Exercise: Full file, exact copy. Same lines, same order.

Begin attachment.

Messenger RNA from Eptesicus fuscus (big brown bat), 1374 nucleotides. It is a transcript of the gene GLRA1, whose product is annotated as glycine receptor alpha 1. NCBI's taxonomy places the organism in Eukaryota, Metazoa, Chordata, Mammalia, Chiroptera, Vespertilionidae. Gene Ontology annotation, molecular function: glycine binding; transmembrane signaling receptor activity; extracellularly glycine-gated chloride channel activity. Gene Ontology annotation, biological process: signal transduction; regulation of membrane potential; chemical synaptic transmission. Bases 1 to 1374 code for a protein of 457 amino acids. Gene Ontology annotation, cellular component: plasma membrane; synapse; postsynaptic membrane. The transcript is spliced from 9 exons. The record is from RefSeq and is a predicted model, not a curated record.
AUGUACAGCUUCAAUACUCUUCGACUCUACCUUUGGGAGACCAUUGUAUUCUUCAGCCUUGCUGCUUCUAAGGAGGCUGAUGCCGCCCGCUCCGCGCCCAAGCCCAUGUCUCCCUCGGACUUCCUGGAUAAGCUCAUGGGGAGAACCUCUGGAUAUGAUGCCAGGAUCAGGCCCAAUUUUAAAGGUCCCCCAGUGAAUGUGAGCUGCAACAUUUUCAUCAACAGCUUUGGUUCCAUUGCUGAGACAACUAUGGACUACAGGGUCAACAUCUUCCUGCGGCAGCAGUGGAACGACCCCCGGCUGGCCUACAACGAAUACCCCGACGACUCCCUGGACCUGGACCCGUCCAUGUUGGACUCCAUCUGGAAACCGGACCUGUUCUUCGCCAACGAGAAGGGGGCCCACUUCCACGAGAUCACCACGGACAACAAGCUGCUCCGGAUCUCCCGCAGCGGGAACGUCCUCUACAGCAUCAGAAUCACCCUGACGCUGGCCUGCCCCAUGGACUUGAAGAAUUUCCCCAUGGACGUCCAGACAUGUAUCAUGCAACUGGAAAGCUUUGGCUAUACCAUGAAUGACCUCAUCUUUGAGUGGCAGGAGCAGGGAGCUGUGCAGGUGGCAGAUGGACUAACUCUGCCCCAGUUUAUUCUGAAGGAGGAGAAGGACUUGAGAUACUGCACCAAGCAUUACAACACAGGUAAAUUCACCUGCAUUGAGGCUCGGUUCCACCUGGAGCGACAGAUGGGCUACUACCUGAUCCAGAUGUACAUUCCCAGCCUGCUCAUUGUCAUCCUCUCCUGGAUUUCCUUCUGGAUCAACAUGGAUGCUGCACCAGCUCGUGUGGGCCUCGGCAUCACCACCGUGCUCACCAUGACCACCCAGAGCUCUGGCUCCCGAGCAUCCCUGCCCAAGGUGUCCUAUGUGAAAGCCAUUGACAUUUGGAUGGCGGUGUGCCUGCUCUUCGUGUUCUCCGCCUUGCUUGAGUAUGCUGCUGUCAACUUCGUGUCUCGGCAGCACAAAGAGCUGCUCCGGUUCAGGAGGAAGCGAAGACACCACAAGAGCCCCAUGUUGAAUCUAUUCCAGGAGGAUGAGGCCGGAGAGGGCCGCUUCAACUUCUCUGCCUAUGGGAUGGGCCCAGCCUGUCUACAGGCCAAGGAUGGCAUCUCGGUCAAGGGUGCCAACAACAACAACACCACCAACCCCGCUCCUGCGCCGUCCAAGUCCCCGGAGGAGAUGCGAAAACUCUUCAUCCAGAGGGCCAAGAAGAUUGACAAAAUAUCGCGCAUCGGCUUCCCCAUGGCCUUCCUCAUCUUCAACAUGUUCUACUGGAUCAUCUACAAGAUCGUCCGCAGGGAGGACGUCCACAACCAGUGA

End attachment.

Messenger RNA from Eptesicus fuscus (big brown bat), 1374 nucleotides. It is a transcript of the gene GLRA1, whose product is annotated as glycine receptor alpha 1. NCBI's taxonomy places the organism in Eukaryota, Metazoa, Chordata, Mammalia, Chiroptera, Vespertilionidae. Gene Ontology annotation, molecular function: glycine binding; transmembrane signaling receptor activity; extracellularly glycine-gated chloride channel activity. Gene Ontology annotation, biological process: signal transduction; regulation of membrane potential; chemical synaptic transmission. Bases 1 to 1374 code for a protein of 457 amino acids. Gene Ontology annotation, cellular component: plasma membrane; synapse; postsynaptic membrane. The transcript is spliced from 9 exons. The record is from RefSeq and is a predicted model, not a curated record.
AUGUACAGCUUCAAUACUCUUCGACUCUACCUUUGGGAGACCAUUGUAUUCUUCAGCCUUGCUGCUUCUAAGGAGGCUGAUGCCGCCCGCUCCGCGCCCAAGCCCAUGUCUCCCUCGGACUUCCUGGAUAAGCUCAUGGGGAGAACCUCUGGAUAUGAUGCCAGGAUCAGGCCCAAUUUUAAAGGUCCCCCAGUGAAUGUGAGCUGCAACAUUUUCAUCAACAGCUUUGGUUCCAUUGCUGAGACAACUAUGGACUACAGGGUCAACAUCUUCCUGCGGCAGCAGUGGAACGACCCCCGGCUGGCCUACAACGAAUACCCCGACGACUCCCUGGACCUGGACCCGUCCAUGUUGGACUCCAUCUGGAAACCGGACCUGUUCUUCGCCAACGAGAAGGGGGCCCACUUCCACGAGAUCACCACGGACAACAAGCUGCUCCGGAUCUCCCGCAGCGGGAACGUCCUCUACAGCAUCAGAAUCACCCUGACGCUGGCCUGCCCCAUGGACUUGAAGAAUUUCCCCAUGGACGUCCAGACAUGUAUCAUGCAACUGGAAAGCUUUGGCUAUACCAUGAAUGACCUCAUCUUUGAGUGGCAGGAGCAGGGAGCUGUGCAGGUGGCAGAUGGACUAACUCUGCCCCAGUUUAUUCUGAAGGAGGAGAAGGACUUGAGAUACUGCACCAAGCAUUACAACACAGGUAAAUUCACCUGCAUUGAGGCUCGGUUCCACCUGGAGCGACAGAUGGGCUACUACCUGAUCCAGAUGUACAUUCCCAGCCUGCUCAUUGUCAUCCUCUCCUGGAUUUCCUUCUGGAUCAACAUGGAUGCUGCACCAGCUCGUGUGGGCCUCGGCAUCACCACCGUGCUCACCAUGACCACCCAGAGCUCUGGCUCCCGAGCAUCCCUGCCCAAGGUGUCCUAUGUGAAAGCCAUUGACAUUUGGAUGGCGGUGUGCCUGCUCUUCGUGUUCUCCGCCUUGCUUGAGUAUGCUGCUGUCAACUUCGUGUCUCGGCAGCACAAAGAGCUGCUCCGGUUCAGGAGGAAGCGAAGACACCACAAGAGCCCCAUGUUGAAUCUAUUCCAGGAGGAUGAGGCCGGAGAGGGCCGCUUCAACUUCUCUGCCUAUGGGAUGGGCCCAGCCUGUCUACAGGCCAAGGAUGGCAUCUCGGUCAAGGGUGCCAACAACAACAACACCACCAACCCCGCUCCUGCGCCGUCCAAGUCCCCGGAGGAGAUGCGAAAACUCUUCAUCCAGAGGGCCAAGAAGAUUGACAAAAUAUCGCGCAUCGGCUUCCCCAUGGCCUUCCUCAUCUUCAACAUGUUCUACUGGAUCAUCUACAAGAUCGUCCGCAGGGAGGACGUCCACAACCAGUGA